drwxrwsr-x 2 list list 4096 2009-08-31 11:34 2009-August
    -rw-rw-r-- 1 list list 91577 2009-08-31 11:34 2009-August.txt
    -rw-rw-r-- 1 list list 20708 2009-09-01 03:27 2009-August.txt.gz
    mailman#

    The .txt file looks fine, as does the .gz file.
    When I go to the list admin web interface and look at the archives,
    I see

    August 2009: [Thread] [Subject] [Author] [Date] [GZip'd text 20KB]

    That value (20KB) seems to be correct. When I click on the "[Gzip...]"
    link, Firefox/Solaris gives me a text file, not a .gz file. Maybe
    Firefox knows how to unzip the file, as vim does. When I click on
    the same link using IE8/XP, IE8 sees the .gz suffix and asks me what
    to do with the file. I save it on my desktop, and when I look at the
    file, I see that it is a plain text file. It is not a gzip'd file.
    Why? Thanks.

    Your web server is converting the gzipped file and serving it as plain
    text, but MSIE sees the .gz extension and thinks it can't display the
    content.

    However, I recommend you don't gzip the files at all. As you can see,
    doing so doesn't save space; it requires more space because the .txt
    files are kept even after gzipping. The old ones that will have no
    more messages added can be removed, but you have to do that manually.

    Keeping a gzipped file can save some bandwidth when accessing the file
    on the web, but not if your web server converts and serves it as plain
    text, which appears to be the case.

    Also, unless you set GZIP_ARCHIVE_TXT_FILES = Yes in mm_cfg.py (don't
    do it see below), the current day's posts are not in the .txt.gz file
    until cron runs Mailman's cron/nightly_gzip.

    Thus, I recommend not gzipping the archive .txt files at all. I.e., do
    not put GZIP_ARCHIVE_TXT_FILES = Yes in mm_cfg.py and remove or
    comment the cron/nightly_gzip entry from Mailman's crontab.

    This can be a bit tricky to do right because you have links on the
    archive TOC page that point to the .txt.gz files, and if you just
    comment the cron/nightly_gzip entry, the current period's .txt.gz file
    will be quickly out of date.

    You can remove all the .txt.gz files, and the next archived post will
    rebuild the TOC with links to the .txt files, but for the period
    before the next archived post, the archive TOC will have links
    pointing to the removed .txt.gz files.

    One way around this is just to run bin/arch --wipe on a list or lists.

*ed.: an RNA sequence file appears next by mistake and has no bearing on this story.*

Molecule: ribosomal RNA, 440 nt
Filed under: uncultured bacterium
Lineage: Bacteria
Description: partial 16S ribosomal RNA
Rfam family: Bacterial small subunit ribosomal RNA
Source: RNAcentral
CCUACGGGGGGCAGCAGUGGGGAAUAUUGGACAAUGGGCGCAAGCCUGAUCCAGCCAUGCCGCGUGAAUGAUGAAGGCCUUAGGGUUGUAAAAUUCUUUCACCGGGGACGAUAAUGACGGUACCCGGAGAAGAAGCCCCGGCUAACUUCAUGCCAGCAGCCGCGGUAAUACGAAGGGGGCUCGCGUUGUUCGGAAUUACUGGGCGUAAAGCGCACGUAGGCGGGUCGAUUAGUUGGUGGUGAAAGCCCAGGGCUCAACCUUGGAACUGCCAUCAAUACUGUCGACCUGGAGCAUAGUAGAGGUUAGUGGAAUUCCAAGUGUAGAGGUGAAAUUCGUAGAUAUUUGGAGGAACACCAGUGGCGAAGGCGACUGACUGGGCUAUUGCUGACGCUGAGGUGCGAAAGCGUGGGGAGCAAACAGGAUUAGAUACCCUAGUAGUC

This will remove all the list's .txt.gz files and build an archive TOC
    with correct links to the .txt files. The .txt.gz files will only be
    regenerated if cron/nightly_gzip is run. The usual caveats about
    running bin/arch --wipe, especially on older lists, apply. Namely,
    it's a good idea to first check the
    archives/private/LIST.mbox/LIST.mbox file with bin/cleanarch, and
    there is a possibility that messages can get renumbered which
    invalidates externally saved links to exisitng messages.

    Another way around it is to remove the .txt.gz files manually and then
    run 'bin/arch LISTNAME /dev/null' to rebuild the archive TOC. Note no
    --wipe option and no input redirection - just /dev/null as a filename
    argument.

    --
    Mark Sapiro <mark at msapiro.net> The highway is for gamblers,
    San Francisco Bay Area, California better use your sense - B. Dylan
  • LuKreme at Sep 4, 2009 at 3:03 am

    On 3-Sep-2009, at 14:45, Barry Finkel wrote:
    when I look at the file, I see that it is a plain text file. It is
    not a gzip'd file.
    Why? Thanks.
    This is not anything Mailman is doing. Either your system is
    automatically seeing the zipped data and uncompressing it, or (and
    this is more likely) apache is set to automatically uncompress the .gz
    file and send it along.

    If you can, see if your httpd.conf is using mod_gunzip and if so, what
    its settings are. If you want the gzip archives, then see if you can
    get it disabled for the mailman archives pages.

    --
    Everybody hates a tourist, especially one who thinks it's all such
    laugh. Yeah, and the chip stains and grease will come out in the
    bath. You will never understand how it feels to live your life
    with no meaning or control, and with nowhere left to go. You
    are amazed that the exist, and they burn so bright whilst you
    can only wonder why.

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postedSep 3, '09 at 8:45p
activeSep 4, '09 at 3:03a